Borges’ story is often read as a parable about the necessary intertextuality of any text, or about the relativity of all textual meaning to the context of its reception. These interpretations derive from the gloss Borges’ narrator gives Menard’s work: “I have reflected that it is legitimate to see the ‘final’ Quixote as a kind of palimpsest, in which the traces — faint but not undecipherable — of our friend’s ‘previous’ text must shine through” (p. 95). On these interpretations, Borges’ text is a parable about the quixotic nature of the creative process.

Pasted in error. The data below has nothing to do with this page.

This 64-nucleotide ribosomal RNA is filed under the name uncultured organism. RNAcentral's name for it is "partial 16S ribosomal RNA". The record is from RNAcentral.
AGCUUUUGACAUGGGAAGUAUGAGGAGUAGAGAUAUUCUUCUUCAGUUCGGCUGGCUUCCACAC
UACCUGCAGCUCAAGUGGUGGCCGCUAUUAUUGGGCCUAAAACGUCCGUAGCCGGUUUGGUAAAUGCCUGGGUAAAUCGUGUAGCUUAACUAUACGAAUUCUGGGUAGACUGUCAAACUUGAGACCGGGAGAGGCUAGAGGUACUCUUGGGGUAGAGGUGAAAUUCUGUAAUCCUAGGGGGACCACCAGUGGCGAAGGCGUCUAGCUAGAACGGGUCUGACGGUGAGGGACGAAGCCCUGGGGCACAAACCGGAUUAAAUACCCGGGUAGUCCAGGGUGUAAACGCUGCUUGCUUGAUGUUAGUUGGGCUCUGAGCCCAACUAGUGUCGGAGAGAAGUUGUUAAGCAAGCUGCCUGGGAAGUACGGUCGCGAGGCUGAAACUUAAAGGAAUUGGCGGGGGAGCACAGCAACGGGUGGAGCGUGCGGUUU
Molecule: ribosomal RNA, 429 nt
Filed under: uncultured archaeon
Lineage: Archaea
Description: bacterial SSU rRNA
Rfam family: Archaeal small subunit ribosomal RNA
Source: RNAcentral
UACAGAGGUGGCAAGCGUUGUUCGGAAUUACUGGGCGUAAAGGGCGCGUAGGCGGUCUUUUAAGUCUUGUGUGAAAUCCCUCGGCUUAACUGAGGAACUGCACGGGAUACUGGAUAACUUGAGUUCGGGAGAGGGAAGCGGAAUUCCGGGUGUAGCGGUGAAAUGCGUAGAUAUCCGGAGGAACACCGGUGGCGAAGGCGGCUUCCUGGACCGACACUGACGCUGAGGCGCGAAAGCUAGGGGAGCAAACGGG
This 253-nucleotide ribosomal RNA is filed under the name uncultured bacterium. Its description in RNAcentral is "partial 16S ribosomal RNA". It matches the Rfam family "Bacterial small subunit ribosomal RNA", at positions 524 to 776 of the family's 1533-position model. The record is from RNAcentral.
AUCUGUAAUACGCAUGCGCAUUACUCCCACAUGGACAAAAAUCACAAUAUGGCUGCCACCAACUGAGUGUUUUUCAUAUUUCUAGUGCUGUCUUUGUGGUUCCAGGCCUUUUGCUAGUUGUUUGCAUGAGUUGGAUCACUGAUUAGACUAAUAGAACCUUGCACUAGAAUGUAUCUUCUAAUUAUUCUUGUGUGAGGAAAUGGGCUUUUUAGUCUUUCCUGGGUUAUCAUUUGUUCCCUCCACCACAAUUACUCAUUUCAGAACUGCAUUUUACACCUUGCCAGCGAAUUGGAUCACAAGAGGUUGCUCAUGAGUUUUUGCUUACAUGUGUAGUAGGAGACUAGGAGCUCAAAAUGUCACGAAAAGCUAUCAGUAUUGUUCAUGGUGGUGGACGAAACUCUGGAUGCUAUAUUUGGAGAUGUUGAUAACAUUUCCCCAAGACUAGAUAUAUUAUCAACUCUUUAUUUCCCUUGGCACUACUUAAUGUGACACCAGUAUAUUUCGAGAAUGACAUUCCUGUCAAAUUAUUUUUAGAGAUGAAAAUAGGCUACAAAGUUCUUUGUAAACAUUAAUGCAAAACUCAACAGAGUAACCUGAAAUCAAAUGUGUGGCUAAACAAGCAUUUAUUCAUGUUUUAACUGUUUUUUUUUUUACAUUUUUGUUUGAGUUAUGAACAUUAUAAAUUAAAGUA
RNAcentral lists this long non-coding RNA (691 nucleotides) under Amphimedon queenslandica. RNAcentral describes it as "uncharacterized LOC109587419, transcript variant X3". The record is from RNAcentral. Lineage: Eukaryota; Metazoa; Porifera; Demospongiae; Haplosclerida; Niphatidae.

But what if we read the parable as one about the interpretative process? What if Menard’s task models not the general conundrum of the artist, but that of the reader and critic? The critic, let us say, wants to comprehend the constitution of the artistic work or literary text (along vectors that might be formal, psychological, historical, etc.). More to the point, the critic wants to comprehend the impact of the work on its milieu and/or on his own. Call that impact the output of the work. It is in relation to the latter hat the critic exercises his powers of decision. And it is in this respect that critical argument attempts to decide the status of the text (even though each decision remains provisional). But if the text, like one of Turing’s problematic programs, remains undecidable, then the limit to which the critic approaches in his labors is only that of Menard’s task, “futile from the outset”: it is to comprehend the text by reproducing it, by running its program. If anything, our task if of greater complexity than the task Turing assigns his machines; we cannot “know” the program behind the text. Unless, of course, the text is the program. In that case, we Turing machines generate its output (and every Turing machine is both a reader and a writer) without being able to predict it. This unpredictable output is what Austin called the perlocutionary effect of the speech-act — that which must be endured in order to be understood. And to traverse that output constitutes, for a humanities analog or digital, the interminable, quixotic task.